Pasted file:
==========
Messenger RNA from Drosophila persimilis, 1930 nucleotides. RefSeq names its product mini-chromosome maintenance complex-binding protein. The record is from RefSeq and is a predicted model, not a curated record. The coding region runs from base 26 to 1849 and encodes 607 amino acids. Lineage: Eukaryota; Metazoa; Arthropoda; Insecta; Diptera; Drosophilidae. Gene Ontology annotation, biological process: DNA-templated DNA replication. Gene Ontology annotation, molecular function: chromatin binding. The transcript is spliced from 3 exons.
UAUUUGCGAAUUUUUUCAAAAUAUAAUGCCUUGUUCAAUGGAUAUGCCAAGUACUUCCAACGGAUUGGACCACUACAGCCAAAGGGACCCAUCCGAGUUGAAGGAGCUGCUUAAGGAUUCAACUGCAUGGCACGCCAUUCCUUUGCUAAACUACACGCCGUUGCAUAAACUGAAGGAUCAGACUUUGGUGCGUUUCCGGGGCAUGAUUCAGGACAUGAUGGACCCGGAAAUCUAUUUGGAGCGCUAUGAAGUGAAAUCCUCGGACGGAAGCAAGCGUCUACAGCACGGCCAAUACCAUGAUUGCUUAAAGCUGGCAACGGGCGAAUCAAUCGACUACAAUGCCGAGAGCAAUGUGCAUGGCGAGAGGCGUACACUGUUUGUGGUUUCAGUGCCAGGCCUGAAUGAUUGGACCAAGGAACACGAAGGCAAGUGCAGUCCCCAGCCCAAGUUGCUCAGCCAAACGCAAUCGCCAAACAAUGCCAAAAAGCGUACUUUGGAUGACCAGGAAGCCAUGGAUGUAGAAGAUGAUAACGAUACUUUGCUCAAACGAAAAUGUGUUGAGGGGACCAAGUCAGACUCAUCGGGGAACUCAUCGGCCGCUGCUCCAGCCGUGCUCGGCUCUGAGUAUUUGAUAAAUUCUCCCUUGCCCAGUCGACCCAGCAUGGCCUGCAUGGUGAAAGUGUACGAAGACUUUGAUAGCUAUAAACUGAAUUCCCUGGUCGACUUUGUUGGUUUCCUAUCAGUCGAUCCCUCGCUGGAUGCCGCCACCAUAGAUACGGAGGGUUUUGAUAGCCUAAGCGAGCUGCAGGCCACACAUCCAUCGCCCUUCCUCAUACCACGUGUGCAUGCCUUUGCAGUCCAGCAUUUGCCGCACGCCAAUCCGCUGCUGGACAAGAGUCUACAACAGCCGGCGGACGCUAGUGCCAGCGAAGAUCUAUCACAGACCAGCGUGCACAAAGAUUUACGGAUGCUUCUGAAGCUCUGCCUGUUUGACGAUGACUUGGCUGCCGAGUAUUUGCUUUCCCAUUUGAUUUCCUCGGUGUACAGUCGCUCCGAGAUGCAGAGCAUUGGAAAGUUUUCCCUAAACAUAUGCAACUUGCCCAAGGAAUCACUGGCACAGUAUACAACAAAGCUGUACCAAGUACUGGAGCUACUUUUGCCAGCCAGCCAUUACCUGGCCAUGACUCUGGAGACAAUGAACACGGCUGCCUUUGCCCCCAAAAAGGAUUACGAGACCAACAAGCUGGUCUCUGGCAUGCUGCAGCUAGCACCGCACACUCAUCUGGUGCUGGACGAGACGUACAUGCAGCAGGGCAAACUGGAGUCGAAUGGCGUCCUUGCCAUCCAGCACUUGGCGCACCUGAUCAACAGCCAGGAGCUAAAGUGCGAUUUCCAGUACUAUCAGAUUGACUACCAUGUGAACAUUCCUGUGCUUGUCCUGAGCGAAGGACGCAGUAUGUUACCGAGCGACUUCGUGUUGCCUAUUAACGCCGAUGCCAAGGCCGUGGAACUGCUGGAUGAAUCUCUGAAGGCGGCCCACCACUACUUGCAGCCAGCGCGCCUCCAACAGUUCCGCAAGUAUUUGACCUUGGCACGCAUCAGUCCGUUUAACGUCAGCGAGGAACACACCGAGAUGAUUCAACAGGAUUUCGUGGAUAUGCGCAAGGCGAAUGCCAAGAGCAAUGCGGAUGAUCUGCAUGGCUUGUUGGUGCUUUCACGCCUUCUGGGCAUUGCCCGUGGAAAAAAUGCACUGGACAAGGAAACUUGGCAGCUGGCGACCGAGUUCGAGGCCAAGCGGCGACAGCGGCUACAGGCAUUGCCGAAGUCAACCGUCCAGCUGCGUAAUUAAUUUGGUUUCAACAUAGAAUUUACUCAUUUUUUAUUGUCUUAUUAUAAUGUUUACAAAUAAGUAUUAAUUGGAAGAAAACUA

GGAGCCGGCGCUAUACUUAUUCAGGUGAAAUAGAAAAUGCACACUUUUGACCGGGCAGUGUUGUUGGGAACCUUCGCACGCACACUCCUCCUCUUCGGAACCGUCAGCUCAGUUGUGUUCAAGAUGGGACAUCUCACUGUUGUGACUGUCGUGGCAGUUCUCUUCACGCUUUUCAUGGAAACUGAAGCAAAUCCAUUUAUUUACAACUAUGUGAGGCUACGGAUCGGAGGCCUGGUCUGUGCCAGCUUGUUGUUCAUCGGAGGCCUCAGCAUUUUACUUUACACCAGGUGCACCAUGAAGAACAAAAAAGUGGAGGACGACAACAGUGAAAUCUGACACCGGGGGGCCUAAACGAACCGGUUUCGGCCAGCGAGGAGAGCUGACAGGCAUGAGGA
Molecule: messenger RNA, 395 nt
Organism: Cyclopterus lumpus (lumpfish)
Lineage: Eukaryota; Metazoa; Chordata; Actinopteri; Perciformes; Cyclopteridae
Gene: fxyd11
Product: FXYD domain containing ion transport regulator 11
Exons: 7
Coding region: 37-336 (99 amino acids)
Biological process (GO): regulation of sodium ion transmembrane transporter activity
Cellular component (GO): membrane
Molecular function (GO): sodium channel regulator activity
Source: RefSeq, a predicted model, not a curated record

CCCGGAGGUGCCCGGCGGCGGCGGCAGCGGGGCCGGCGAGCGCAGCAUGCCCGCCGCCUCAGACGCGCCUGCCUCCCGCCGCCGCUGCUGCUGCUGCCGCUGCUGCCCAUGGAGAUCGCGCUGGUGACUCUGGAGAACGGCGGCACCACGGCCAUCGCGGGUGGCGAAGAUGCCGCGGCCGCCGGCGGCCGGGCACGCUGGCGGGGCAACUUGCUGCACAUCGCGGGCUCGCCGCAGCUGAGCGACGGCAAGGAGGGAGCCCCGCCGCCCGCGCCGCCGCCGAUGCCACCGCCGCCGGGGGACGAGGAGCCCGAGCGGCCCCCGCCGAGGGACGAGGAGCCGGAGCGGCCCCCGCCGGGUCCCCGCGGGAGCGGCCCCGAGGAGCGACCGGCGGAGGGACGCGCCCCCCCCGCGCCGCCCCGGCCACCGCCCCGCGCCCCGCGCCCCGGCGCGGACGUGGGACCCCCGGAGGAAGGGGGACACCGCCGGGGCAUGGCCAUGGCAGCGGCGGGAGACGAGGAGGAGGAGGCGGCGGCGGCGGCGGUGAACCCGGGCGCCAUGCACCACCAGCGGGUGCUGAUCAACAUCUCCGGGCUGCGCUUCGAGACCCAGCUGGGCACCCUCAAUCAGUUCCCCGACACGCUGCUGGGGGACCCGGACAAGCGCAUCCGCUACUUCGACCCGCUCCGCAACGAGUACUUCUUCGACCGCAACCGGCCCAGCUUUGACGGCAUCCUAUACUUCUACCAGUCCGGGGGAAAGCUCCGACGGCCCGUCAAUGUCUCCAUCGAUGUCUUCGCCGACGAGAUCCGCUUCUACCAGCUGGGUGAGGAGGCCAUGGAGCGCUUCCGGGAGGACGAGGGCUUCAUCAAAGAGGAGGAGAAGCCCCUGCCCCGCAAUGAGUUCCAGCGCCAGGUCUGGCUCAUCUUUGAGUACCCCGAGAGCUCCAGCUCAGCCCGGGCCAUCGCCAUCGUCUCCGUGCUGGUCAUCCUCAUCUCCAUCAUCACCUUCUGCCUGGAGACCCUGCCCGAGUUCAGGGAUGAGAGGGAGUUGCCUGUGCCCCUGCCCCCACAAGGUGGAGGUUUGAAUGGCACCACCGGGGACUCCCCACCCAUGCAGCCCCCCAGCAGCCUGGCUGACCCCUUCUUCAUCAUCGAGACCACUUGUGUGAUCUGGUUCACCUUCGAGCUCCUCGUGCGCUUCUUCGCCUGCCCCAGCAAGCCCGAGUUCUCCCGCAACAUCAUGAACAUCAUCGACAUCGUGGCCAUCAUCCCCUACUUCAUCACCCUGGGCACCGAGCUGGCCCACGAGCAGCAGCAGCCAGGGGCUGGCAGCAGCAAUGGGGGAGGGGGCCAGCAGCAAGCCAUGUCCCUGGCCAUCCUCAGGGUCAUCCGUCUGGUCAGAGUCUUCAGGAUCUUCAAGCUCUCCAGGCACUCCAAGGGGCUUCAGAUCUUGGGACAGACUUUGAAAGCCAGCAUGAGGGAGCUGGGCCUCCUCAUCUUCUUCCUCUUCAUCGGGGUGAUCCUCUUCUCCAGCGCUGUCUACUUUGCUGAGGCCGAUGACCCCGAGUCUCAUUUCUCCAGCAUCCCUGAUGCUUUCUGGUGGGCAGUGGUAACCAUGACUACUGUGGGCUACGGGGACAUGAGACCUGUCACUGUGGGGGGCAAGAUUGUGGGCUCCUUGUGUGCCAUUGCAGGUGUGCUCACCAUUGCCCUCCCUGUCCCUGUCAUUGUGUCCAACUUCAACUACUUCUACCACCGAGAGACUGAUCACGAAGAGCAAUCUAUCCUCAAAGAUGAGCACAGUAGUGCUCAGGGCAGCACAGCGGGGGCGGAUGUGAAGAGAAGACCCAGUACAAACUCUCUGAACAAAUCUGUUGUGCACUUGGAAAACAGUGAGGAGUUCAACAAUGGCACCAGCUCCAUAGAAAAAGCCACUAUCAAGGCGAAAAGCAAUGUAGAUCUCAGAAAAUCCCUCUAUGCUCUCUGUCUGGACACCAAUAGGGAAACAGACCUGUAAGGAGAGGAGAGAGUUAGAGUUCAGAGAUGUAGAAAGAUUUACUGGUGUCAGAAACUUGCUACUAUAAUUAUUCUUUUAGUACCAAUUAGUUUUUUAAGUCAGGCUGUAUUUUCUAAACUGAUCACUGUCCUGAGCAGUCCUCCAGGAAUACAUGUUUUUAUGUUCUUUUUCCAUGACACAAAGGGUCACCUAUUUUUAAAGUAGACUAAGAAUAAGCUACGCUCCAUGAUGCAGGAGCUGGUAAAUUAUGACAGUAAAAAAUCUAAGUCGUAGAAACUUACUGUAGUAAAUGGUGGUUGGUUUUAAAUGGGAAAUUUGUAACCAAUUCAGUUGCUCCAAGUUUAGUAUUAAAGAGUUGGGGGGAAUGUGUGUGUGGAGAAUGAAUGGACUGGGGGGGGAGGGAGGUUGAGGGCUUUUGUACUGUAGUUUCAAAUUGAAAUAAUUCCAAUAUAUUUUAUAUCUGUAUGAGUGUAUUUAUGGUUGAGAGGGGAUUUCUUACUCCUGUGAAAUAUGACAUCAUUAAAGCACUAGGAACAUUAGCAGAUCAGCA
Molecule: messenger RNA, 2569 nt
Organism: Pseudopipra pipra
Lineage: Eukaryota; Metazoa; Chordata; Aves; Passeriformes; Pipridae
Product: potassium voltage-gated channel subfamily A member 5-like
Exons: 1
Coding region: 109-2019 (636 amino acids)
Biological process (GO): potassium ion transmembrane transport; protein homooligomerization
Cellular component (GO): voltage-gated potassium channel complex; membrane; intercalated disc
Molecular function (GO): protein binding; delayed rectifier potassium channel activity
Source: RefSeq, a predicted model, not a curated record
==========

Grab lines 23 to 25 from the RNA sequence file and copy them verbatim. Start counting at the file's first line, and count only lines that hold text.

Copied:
Cellular component (GO): voltage-gated potassium channel complex; membrane; intercalated disc
Molecular function (GO): protein binding; delayed rectifier potassium channel activity
Source: RefSeq, a predicted model, not a curated record